Whether you’re encouraging a group of middle schoolers to focus or trying to get high schoolers to open up, does it ever feel like having good conversations in your small group is a pipe dream? You have more control over how the discussion goes than you think. Here are three practical steps to having great discussions with your small group of students.
Create a Safe Environment
The discussion you have next week will depend on the reaction of your group this week. Students will not share in an environment where they might get picked on for what they share. As the leader, set some clear guidelines:
- When someone else is talking, we listen
- We never laugh at another person’s expense
- What is shared in a small group is not to be gossiped about outside the group
When these guidelines are established, your students will be more likely to share openly.
Facilitate; Don’t Teach
The Fifty1 Student Ministry recommends a model that includes teaching a large group and following it up with discussion in small groups. Several years ago, I was visiting a youth group and sat in on a guys’ small group. The leader proceeded to take the first 15 minutes of small group time to “add to” what had already been taught (for the previous 30 minutes). As I looked around at the 5 or 6 students in the group, they were totally unplugged from what was being said. Honestly, I was too. Your goal as a small group leader is not to re-teach the lesson in your own words; it is to facilitate a discussion about the lesson and whatever else your students are dealing with. Ask good questions, and then listen! Don’t be afraid of a little silence, and don’t answer your own questions. If no one responds, rephrase the question and ask again. Jump back in only to keep the discussion on track– but let the discussion happen.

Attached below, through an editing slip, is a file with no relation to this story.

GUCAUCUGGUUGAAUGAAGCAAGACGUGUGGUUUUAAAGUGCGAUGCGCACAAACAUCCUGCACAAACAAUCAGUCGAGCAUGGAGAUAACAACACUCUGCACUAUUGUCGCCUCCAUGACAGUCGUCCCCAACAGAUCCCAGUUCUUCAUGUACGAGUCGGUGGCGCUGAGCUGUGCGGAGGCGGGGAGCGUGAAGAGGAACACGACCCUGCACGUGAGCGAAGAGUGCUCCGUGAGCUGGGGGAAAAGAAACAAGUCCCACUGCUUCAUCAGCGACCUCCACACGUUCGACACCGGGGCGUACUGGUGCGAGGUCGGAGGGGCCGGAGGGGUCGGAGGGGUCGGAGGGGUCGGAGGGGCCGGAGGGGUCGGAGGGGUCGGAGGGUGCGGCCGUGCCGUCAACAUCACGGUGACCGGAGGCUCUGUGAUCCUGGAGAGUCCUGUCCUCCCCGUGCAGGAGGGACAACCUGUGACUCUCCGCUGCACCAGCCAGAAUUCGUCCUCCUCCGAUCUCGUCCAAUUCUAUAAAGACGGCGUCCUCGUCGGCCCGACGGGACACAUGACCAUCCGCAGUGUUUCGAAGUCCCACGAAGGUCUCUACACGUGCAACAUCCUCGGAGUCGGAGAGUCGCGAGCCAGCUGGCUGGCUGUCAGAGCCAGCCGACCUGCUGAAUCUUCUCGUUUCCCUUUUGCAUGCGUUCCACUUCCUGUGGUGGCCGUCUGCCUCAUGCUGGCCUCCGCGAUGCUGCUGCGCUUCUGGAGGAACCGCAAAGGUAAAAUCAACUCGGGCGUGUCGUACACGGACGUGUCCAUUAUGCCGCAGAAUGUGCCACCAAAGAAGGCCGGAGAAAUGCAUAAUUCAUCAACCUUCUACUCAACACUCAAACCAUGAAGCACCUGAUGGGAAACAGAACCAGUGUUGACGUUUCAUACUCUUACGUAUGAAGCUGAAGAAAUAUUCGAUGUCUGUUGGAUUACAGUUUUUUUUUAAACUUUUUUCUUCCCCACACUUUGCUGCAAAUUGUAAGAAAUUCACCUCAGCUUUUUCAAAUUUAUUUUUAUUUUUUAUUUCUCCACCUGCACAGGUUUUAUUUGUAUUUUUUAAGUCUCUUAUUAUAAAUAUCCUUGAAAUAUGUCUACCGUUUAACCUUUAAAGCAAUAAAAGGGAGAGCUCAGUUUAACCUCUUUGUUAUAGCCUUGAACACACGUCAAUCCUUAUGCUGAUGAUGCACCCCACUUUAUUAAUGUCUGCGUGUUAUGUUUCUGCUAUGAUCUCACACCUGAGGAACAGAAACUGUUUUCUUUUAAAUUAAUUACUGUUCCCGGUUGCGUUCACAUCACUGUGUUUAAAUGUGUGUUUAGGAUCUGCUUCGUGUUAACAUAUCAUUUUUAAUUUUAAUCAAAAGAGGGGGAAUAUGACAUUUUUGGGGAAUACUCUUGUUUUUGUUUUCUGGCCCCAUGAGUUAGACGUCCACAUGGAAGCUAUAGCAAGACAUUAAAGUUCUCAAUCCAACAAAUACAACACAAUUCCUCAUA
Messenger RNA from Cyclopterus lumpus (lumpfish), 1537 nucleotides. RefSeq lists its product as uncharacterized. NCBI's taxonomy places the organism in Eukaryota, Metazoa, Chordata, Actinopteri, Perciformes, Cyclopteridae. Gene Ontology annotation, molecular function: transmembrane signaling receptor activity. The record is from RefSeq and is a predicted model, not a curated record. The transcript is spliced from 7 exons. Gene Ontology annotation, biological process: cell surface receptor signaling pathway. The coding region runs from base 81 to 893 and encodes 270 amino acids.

Map Out Your Discussion
Preparation is not just for teachers; small group leaders should prep as well. Be sure to have questions prepared in advance. If you are using the Fifty1 Student Ministry, questions are provided for you. (The Multiply! app delivers these questions right to your phone!) Even when using provided questions, be sure to read over them in advance, and make them your own. Avoid questions that can be answered with a single word (yes, no, good, etc.). It is much more effective to ask students a series of questions that guide them to their own conclusions based on God’s Word. Start with broad, general questions and end with ones that focus on how each student is going to apply what you have been talking about.
Feel free to chat in the comment section about how you facilitate small group discussion, or shoot us an email with your stories of small group successes.
Brian has been in youth ministry for 23 years. He is passionate about communicating truth to young people and the leaders that work with them. Brian loves to play, watch and talk about all kinds of sports. He and his wife Lynn have three awesome teenagers and live in upstate, NY.